Advocating For Your Dog

Advocating for Your Dog

Why do we feel an obligation to be nicer to the stranger on the street than we do to our best friend?

When we choose to be caretakers of animals we make a contract with them. That contract says you will not put your dog into an uncomfortable/unnecessary situation. What we mean by that is if we are in public with our dogs and somebody wants to pet or interact with your dog, it is your duty to know your dog well enough, and read your dog’s body language to determine if he is comfortable with the person and wants to be petted. Many people say “all dogs love me”, but that’s really not the case. What it really means is that they intentionally push themselves on dogs they don’t know without regard for how each individual dog feels about them, and so far, they haven’t been bitten.

Why is it that when we are in public with our dogs and someone wants their kid, their dog, or themselves to interact with your dog they often don’t take “No” for an answer. They may even ask to pet your dog, but they do it while they are reaching for your dog and expecting a “yes”. But when you say “no”, they act as if you’re the bad guy. When we allow a stranger to influence our relationship and tempt us to break the contract we’ve made to protect our dog, we are putting that relationship at risk. We are telling our dog that they need to fend for themselves because we are throwing them to the wolves. That may mean your dog will need to growl or snap at someone to tell them to back off. Then that makes your dog look like a bad dog when he isn’t.

The reason we allow this is because we don’t want to appear rude.  However, the actual rudeness in this scenario is not you telling the person “no, you may not pet my dog”. The rudeness is them behaving as if it is their right to touch your dog, and then getting angry with you for not letting them. Imagine someone asking to smell your hair. Too personal for a stranger to ask? Yes, of course it is. It’s the same thing for the dog when a stranger insists on petting him.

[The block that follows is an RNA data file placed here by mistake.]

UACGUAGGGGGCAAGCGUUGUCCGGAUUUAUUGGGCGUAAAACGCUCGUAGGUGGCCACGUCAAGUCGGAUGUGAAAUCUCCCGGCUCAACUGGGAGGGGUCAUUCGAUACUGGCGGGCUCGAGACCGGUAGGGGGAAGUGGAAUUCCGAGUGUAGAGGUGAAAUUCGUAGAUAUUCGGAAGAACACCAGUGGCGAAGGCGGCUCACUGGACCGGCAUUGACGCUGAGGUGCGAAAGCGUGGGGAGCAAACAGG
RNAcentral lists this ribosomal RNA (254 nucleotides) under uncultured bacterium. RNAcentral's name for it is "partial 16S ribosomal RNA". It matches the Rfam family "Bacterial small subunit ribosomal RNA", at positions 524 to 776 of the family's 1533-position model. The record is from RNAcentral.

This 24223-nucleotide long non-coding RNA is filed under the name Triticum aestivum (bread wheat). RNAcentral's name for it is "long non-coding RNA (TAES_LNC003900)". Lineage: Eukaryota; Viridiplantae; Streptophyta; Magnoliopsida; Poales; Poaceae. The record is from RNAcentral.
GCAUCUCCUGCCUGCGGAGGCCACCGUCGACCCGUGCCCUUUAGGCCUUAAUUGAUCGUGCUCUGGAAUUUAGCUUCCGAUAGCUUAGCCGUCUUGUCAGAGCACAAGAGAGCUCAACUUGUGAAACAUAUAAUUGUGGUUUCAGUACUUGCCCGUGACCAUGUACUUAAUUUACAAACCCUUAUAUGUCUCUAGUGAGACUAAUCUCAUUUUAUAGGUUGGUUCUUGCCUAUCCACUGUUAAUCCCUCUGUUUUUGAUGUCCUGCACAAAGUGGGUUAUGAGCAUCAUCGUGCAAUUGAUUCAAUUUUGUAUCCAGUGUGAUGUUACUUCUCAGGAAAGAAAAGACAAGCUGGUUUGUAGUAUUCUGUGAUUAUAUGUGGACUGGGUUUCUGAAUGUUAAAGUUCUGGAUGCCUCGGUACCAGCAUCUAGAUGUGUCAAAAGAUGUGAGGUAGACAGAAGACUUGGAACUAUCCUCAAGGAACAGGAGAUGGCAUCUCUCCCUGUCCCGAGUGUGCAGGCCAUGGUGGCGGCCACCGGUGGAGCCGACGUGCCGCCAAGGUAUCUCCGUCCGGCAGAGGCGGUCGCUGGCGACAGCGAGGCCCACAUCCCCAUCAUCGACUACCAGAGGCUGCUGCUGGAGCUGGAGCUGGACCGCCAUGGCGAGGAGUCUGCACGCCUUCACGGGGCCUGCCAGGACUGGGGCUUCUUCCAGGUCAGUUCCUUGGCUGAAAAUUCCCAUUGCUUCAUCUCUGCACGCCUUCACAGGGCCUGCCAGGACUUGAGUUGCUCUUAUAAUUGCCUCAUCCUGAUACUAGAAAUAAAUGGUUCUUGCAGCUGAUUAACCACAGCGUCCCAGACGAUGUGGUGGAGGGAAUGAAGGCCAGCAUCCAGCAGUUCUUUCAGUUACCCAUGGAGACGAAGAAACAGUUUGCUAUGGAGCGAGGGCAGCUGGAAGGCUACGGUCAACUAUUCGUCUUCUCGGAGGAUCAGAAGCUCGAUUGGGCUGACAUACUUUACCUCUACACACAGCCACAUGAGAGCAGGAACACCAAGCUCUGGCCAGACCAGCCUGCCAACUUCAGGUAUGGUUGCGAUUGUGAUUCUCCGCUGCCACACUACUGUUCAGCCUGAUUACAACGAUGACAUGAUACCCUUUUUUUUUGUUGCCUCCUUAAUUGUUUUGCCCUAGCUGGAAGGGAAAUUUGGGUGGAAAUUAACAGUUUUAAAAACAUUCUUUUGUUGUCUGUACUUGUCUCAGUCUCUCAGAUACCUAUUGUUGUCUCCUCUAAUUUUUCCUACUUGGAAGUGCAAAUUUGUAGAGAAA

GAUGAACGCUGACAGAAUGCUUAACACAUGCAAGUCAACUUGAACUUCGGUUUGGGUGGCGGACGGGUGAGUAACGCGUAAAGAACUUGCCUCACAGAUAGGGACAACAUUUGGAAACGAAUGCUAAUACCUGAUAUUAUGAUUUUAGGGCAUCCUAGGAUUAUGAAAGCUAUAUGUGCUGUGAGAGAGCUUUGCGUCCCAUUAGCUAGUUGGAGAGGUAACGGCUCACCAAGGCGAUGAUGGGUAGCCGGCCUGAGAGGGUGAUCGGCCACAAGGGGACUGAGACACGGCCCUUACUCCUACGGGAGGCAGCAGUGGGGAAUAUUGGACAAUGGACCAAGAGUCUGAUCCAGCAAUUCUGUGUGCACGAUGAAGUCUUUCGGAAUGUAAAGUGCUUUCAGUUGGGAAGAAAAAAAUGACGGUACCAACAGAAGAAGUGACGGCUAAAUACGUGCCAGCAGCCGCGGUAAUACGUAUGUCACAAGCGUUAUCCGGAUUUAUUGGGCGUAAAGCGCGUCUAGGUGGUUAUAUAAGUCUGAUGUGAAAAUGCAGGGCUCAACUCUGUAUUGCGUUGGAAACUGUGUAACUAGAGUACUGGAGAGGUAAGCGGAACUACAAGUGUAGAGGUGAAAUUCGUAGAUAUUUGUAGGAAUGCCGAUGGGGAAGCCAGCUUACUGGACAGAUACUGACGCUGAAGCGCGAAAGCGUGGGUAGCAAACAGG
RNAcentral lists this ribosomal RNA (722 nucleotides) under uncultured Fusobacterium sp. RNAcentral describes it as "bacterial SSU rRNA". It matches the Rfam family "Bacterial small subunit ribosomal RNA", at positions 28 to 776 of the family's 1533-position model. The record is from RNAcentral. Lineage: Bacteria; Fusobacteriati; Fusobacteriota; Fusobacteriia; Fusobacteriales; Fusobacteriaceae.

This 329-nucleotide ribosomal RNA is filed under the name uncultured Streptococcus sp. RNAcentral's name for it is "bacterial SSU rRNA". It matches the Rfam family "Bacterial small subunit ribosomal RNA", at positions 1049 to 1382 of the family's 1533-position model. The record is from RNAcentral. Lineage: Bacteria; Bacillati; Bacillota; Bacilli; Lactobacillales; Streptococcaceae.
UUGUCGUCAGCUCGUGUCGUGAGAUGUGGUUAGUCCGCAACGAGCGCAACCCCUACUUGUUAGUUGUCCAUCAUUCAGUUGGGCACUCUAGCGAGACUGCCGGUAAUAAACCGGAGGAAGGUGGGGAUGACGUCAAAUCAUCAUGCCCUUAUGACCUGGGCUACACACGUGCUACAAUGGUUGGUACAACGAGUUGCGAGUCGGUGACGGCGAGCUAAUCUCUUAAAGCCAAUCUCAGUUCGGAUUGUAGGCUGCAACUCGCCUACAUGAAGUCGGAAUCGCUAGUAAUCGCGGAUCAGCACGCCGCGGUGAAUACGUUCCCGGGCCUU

This isn’t just about people wanting to interact with our dogs, it’s also about other dogs. When someone is with their dog and you are out with your dog they don’t always “have to say hi”. Not all dogs get along with all other dogs, just as all people don’t get along with all other people. Just because dogs are social animals doesn’t mean they are social with everyone. We don’t walk along in a mall shaking hands and hugging every person we pass, yet some people expect all dogs to want to do that.

Here are a couple of examples of nice ways to respond when someone asks to pet your dog (you can change the wording when they want their dog to say hi):

“I’d rather you didn’t as he’s a bit nervous around strangers. Thank you so much for asking though.”

“Thank you for asking but he’s not comfortable in this situation. I can tell you’re a real dog lover though, so can you help me out by tossing this treat on the ground in front of him?”

 “He’s a new dog to us so I really don’t know how he’ll respond, so it’s probably best that you not try to pet him right now.”

And here are a few options for those people who won’t take “no” for an answer:

“He has ringworm.” (for kids)

“He has kennel cough.” (for dogs, though the ringworm would work, too)

Here is a great article by Suzanne Clothier on a similar subject.

“He Just Wants To Say Hi”



Laura BourhenneComment